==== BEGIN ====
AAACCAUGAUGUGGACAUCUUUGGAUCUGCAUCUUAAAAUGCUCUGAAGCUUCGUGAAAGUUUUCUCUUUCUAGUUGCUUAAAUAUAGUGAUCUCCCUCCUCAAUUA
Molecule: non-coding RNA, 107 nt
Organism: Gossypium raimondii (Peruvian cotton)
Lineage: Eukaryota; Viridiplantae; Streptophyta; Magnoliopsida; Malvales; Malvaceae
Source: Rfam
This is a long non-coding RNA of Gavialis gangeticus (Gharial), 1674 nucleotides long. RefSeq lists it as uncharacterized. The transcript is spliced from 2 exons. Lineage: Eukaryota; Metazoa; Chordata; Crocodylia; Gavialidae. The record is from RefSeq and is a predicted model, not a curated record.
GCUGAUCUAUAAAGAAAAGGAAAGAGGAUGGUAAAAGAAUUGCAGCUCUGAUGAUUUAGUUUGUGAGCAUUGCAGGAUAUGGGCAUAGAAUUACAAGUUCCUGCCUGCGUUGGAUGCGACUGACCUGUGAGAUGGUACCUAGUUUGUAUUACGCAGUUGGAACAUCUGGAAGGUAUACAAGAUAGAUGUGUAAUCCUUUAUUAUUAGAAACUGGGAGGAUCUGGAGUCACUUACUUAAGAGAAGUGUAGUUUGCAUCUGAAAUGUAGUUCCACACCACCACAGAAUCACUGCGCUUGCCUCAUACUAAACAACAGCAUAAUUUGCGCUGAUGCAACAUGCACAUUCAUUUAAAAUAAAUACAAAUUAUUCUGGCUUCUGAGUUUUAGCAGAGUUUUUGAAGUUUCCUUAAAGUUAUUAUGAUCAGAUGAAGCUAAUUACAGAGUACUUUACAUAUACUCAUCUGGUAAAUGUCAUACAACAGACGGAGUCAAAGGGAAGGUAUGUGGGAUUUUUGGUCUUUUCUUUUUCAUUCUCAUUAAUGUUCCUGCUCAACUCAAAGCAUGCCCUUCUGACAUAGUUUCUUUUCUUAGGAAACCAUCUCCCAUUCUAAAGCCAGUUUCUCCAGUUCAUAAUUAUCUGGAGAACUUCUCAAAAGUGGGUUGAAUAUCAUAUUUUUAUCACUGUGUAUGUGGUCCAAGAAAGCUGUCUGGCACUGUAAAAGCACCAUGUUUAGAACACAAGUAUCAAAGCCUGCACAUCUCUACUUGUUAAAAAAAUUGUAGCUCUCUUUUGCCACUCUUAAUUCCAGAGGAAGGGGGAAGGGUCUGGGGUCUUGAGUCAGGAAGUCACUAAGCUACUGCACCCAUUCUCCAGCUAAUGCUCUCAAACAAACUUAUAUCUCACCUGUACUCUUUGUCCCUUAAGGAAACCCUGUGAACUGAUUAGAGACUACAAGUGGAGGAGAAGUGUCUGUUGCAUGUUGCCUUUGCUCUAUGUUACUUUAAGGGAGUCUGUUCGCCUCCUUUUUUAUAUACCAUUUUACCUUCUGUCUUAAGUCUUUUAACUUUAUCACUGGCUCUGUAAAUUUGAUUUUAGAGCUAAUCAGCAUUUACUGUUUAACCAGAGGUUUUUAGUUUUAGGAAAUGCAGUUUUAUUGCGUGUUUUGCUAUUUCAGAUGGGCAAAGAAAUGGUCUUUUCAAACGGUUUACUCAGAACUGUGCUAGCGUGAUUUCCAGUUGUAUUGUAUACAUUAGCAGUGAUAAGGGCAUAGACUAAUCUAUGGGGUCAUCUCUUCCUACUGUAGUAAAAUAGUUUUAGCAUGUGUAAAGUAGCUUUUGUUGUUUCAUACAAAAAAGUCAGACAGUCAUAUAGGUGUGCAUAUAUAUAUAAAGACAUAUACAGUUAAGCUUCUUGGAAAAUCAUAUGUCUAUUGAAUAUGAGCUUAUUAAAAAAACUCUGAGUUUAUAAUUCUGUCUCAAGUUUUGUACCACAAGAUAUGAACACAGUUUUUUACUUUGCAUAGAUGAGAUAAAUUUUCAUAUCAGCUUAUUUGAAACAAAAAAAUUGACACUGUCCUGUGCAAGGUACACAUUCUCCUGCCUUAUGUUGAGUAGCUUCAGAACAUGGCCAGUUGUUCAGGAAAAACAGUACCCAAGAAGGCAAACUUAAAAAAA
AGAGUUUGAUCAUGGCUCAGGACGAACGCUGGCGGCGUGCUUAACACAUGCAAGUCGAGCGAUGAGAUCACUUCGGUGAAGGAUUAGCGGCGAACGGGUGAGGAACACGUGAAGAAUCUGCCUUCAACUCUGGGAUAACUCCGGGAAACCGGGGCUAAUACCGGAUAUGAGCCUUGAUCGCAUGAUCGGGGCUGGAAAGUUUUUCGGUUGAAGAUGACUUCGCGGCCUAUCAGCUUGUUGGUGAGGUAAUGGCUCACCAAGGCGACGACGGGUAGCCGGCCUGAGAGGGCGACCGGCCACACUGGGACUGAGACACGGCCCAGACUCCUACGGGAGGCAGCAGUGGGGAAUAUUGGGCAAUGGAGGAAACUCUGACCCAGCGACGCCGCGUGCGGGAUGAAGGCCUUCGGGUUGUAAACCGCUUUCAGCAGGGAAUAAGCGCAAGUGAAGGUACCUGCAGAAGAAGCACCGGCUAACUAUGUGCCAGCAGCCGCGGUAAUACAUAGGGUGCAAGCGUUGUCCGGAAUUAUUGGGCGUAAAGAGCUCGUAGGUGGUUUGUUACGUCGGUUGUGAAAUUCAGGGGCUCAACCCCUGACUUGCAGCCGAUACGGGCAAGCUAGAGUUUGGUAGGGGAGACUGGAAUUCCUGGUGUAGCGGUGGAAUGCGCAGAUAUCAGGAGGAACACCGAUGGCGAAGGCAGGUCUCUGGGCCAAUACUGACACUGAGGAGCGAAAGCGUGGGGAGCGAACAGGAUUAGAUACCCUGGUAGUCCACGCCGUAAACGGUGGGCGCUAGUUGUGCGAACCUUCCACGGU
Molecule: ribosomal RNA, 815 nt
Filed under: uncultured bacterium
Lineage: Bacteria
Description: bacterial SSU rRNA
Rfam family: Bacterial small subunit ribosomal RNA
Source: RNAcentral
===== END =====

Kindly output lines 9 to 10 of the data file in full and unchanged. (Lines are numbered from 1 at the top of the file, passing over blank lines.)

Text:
Molecule: ribosomal RNA, 815 nt
Filed under: uncultured bacterium